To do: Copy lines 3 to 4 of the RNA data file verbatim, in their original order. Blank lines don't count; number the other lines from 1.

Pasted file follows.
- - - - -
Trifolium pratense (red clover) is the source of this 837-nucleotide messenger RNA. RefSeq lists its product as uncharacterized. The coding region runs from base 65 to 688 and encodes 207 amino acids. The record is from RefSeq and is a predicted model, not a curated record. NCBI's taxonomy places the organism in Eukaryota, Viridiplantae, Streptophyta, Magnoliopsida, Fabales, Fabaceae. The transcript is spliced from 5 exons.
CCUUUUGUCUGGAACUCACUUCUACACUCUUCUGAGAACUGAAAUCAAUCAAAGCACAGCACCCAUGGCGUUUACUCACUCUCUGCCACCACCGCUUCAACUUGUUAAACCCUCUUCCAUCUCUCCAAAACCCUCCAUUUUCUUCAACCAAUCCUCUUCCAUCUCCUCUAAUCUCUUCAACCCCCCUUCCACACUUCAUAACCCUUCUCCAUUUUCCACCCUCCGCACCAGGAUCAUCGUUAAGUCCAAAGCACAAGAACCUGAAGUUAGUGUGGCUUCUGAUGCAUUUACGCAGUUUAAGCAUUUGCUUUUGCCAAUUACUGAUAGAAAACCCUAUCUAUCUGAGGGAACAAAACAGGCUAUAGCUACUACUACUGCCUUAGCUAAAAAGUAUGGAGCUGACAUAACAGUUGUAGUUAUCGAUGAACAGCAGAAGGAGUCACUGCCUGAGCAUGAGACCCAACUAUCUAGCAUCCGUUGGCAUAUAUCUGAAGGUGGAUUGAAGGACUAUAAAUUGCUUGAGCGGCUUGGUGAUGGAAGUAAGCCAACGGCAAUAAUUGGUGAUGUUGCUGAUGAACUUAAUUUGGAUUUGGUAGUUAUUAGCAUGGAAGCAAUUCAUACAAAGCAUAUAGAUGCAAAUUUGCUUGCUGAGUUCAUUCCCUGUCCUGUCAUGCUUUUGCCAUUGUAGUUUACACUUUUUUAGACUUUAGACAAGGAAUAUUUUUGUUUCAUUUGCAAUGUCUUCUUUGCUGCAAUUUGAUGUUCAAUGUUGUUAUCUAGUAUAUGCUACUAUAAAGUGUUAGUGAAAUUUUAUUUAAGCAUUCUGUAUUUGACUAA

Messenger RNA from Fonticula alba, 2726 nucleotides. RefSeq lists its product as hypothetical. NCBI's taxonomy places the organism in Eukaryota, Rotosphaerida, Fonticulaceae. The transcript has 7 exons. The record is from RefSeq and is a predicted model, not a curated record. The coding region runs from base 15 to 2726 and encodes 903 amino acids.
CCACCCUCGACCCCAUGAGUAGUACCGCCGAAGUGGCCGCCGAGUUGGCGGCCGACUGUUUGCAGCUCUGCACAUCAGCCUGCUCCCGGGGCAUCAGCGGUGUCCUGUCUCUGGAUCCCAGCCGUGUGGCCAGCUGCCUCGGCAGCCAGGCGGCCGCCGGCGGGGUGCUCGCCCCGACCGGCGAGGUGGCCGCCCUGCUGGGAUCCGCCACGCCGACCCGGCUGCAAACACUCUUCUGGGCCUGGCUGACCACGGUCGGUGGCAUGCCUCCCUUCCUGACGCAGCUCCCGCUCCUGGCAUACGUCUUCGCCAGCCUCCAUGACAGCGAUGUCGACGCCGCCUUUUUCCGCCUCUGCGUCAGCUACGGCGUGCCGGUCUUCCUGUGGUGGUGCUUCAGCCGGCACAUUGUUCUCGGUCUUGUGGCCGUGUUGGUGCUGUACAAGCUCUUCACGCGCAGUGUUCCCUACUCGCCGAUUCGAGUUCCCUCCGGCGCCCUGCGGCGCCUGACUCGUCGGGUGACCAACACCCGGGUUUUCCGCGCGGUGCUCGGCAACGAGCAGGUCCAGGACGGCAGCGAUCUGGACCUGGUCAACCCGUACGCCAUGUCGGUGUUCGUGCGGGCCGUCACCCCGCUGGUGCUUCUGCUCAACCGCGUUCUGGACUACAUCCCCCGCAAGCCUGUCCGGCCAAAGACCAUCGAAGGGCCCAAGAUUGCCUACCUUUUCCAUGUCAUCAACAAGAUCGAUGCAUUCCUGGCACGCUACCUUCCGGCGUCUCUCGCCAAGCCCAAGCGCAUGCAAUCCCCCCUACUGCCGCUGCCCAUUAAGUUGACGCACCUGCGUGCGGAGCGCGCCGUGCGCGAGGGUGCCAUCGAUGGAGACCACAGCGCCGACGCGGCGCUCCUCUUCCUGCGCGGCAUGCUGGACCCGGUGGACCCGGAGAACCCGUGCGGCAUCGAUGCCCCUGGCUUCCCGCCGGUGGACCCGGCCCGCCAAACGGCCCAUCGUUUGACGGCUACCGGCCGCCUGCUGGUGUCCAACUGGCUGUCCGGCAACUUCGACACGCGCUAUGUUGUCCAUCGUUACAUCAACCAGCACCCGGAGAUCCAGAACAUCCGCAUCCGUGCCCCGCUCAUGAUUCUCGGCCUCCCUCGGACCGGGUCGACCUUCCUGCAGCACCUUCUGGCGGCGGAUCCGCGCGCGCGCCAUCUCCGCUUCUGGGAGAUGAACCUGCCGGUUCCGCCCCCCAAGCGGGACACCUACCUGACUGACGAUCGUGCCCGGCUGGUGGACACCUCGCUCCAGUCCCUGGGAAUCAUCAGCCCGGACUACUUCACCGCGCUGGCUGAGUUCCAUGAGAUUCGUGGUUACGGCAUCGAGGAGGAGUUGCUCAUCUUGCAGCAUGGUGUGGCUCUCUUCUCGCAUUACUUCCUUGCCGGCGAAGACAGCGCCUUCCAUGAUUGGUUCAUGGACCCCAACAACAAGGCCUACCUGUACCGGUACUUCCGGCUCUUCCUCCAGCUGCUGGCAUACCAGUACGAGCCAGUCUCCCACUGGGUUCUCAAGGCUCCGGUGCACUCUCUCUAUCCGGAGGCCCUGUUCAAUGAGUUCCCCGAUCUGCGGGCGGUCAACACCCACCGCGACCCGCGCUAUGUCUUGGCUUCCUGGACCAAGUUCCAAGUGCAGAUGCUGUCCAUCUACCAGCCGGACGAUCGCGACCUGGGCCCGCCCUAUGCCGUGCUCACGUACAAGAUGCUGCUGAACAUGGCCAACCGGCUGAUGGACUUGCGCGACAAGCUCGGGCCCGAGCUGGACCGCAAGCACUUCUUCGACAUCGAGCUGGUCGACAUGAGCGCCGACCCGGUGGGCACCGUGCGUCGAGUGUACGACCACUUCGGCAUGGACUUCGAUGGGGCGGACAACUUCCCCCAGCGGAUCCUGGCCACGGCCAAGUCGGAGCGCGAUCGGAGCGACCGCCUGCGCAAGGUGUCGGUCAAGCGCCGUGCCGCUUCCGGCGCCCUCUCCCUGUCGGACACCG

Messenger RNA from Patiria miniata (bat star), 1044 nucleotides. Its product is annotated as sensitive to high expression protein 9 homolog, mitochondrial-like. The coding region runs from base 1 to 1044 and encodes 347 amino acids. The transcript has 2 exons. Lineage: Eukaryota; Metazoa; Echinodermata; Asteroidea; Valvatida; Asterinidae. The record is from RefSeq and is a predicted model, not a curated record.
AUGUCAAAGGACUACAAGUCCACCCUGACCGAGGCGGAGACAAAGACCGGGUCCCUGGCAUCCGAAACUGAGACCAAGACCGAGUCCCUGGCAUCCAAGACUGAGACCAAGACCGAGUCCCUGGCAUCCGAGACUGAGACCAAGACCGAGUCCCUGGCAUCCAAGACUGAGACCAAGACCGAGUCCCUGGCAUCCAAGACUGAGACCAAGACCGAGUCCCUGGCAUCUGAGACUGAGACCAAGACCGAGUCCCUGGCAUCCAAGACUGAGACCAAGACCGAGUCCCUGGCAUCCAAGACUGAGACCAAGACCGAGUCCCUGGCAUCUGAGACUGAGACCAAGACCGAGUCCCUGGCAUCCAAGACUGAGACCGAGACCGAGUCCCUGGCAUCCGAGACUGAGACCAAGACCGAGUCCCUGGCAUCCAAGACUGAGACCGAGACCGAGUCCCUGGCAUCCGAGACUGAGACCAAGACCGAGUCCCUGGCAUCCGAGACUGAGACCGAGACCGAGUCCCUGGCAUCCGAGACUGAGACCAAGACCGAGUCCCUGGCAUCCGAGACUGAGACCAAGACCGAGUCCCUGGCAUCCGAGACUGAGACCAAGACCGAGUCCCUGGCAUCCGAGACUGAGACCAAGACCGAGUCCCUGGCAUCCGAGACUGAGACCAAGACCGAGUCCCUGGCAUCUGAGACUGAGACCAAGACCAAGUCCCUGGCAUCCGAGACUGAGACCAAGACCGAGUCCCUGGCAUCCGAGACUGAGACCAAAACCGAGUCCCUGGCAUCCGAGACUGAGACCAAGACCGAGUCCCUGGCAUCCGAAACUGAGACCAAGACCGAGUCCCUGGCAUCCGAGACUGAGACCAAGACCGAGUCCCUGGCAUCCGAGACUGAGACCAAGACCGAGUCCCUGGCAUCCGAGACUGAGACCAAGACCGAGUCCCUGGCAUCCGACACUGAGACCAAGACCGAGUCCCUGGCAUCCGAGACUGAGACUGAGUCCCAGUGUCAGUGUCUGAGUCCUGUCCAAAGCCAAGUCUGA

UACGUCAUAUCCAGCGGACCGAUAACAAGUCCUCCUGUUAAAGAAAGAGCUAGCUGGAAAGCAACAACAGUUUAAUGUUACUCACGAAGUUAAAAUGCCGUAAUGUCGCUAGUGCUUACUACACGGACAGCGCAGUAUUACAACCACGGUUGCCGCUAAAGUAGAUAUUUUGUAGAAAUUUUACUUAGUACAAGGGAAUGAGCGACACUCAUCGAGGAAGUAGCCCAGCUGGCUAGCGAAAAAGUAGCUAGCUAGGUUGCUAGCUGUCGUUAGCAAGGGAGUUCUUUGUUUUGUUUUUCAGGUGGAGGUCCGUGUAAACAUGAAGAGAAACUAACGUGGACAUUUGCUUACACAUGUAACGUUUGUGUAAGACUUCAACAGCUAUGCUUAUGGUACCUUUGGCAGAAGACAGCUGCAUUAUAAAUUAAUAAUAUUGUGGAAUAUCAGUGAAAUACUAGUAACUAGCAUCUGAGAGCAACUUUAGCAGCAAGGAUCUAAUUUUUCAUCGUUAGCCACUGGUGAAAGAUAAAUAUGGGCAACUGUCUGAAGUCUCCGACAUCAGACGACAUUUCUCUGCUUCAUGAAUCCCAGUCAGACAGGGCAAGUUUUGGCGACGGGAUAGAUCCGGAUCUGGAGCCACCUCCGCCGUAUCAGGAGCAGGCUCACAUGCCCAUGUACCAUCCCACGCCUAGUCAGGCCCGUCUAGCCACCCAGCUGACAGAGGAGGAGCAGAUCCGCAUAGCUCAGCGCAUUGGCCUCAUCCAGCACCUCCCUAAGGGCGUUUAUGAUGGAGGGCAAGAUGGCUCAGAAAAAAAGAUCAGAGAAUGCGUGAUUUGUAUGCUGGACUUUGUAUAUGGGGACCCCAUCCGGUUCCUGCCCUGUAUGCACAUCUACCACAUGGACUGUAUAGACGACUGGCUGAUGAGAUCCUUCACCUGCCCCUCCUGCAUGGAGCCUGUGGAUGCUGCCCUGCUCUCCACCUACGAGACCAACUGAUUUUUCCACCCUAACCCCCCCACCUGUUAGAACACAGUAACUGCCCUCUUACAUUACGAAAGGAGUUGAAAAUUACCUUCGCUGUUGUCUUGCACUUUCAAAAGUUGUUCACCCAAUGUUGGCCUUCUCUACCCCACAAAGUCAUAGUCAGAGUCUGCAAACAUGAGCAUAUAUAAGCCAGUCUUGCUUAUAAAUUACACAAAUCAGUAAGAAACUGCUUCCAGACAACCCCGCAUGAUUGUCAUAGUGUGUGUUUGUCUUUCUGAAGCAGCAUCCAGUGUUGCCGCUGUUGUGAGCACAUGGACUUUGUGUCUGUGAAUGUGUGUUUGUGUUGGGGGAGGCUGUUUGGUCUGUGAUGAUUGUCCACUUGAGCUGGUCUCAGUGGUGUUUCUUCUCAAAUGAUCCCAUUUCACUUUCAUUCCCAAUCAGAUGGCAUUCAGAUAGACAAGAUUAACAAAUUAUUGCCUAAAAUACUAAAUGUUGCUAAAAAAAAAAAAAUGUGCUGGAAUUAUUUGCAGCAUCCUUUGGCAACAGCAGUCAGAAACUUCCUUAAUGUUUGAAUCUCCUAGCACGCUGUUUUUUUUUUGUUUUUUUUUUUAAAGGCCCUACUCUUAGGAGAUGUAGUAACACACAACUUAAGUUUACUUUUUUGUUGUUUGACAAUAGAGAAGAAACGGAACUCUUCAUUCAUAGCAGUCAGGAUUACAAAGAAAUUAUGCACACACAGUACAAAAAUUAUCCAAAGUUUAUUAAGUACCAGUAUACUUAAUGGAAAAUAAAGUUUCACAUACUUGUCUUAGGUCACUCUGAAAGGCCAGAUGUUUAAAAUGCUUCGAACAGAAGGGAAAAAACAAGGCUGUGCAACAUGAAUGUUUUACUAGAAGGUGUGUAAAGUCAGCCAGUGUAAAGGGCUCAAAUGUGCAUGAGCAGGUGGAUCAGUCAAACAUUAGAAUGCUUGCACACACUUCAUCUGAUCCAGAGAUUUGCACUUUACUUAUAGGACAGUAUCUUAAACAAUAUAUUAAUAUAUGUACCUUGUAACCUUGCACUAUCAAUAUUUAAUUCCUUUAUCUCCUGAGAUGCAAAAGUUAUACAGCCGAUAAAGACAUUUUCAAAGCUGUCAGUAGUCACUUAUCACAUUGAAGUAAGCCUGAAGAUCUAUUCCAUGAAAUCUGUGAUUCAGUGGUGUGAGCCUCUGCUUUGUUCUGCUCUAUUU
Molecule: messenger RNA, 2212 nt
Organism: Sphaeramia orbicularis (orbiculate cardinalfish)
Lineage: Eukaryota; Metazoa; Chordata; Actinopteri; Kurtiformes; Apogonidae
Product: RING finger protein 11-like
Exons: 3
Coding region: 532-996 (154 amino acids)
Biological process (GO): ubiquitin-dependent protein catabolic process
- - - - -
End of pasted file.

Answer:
Messenger RNA from Fonticula alba, 2726 nucleotides. RefSeq lists its product as hypothetical. NCBI's taxonomy places the organism in Eukaryota, Rotosphaerida, Fonticulaceae. The transcript has 7 exons. The record is from RefSeq and is a predicted model, not a curated record. The coding region runs from base 15 to 2726 and encodes 903 amino acids.
CCACCCUCGACCCCAUGAGUAGUACCGCCGAAGUGGCCGCCGAGUUGGCGGCCGACUGUUUGCAGCUCUGCACAUCAGCCUGCUCCCGGGGCAUCAGCGGUGUCCUGUCUCUGGAUCCCAGCCGUGUGGCCAGCUGCCUCGGCAGCCAGGCGGCCGCCGGCGGGGUGCUCGCCCCGACCGGCGAGGUGGCCGCCCUGCUGGGAUCCGCCACGCCGACCCGGCUGCAAACACUCUUCUGGGCCUGGCUGACCACGGUCGGUGGCAUGCCUCCCUUCCUGACGCAGCUCCCGCUCCUGGCAUACGUCUUCGCCAGCCUCCAUGACAGCGAUGUCGACGCCGCCUUUUUCCGCCUCUGCGUCAGCUACGGCGUGCCGGUCUUCCUGUGGUGGUGCUUCAGCCGGCACAUUGUUCUCGGUCUUGUGGCCGUGUUGGUGCUGUACAAGCUCUUCACGCGCAGUGUUCCCUACUCGCCGAUUCGAGUUCCCUCCGGCGCCCUGCGGCGCCUGACUCGUCGGGUGACCAACACCCGGGUUUUCCGCGCGGUGCUCGGCAACGAGCAGGUCCAGGACGGCAGCGAUCUGGACCUGGUCAACCCGUACGCCAUGUCGGUGUUCGUGCGGGCCGUCACCCCGCUGGUGCUUCUGCUCAACCGCGUUCUGGACUACAUCCCCCGCAAGCCUGUCCGGCCAAAGACCAUCGAAGGGCCCAAGAUUGCCUACCUUUUCCAUGUCAUCAACAAGAUCGAUGCAUUCCUGGCACGCUACCUUCCGGCGUCUCUCGCCAAGCCCAAGCGCAUGCAAUCCCCCCUACUGCCGCUGCCCAUUAAGUUGACGCACCUGCGUGCGGAGCGCGCCGUGCGCGAGGGUGCCAUCGAUGGAGACCACAGCGCCGACGCGGCGCUCCUCUUCCUGCGCGGCAUGCUGGACCCGGUGGACCCGGAGAACCCGUGCGGCAUCGAUGCCCCUGGCUUCCCGCCGGUGGACCCGGCCCGCCAAACGGCCCAUCGUUUGACGGCUACCGGCCGCCUGCUGGUGUCCAACUGGCUGUCCGGCAACUUCGACACGCGCUAUGUUGUCCAUCGUUACAUCAACCAGCACCCGGAGAUCCAGAACAUCCGCAUCCGUGCCCCGCUCAUGAUUCUCGGCCUCCCUCGGACCGGGUCGACCUUCCUGCAGCACCUUCUGGCGGCGGAUCCGCGCGCGCGCCAUCUCCGCUUCUGGGAGAUGAACCUGCCGGUUCCGCCCCCCAAGCGGGACACCUACCUGACUGACGAUCGUGCCCGGCUGGUGGACACCUCGCUCCAGUCCCUGGGAAUCAUCAGCCCGGACUACUUCACCGCGCUGGCUGAGUUCCAUGAGAUUCGUGGUUACGGCAUCGAGGAGGAGUUGCUCAUCUUGCAGCAUGGUGUGGCUCUCUUCUCGCAUUACUUCCUUGCCGGCGAAGACAGCGCCUUCCAUGAUUGGUUCAUGGACCCCAACAACAAGGCCUACCUGUACCGGUACUUCCGGCUCUUCCUCCAGCUGCUGGCAUACCAGUACGAGCCAGUCUCCCACUGGGUUCUCAAGGCUCCGGUGCACUCUCUCUAUCCGGAGGCCCUGUUCAAUGAGUUCCCCGAUCUGCGGGCGGUCAACACCCACCGCGACCCGCGCUAUGUCUUGGCUUCCUGGACCAAGUUCCAAGUGCAGAUGCUGUCCAUCUACCAGCCGGACGAUCGCGACCUGGGCCCGCCCUAUGCCGUGCUCACGUACAAGAUGCUGCUGAACAUGGCCAACCGGCUGAUGGACUUGCGCGACAAGCUCGGGCCCGAGCUGGACCGCAAGCACUUCUUCGACAUCGAGCUGGUCGACAUGAGCGCCGACCCGGUGGGCACCGUGCGUCGAGUGUACGACCACUUCGGCAUGGACUUCGAUGGGGCGGACAACUUCCCCCAGCGGAUCCUGGCCACGGCCAAGUCGGAGCGCGAUCGGAGCGACCGCCUGCGCAAGGUGUCGGUCAAGCGCCGUGCCGCUUCCGGCGCCCUCUCCCUGUCGGACACCG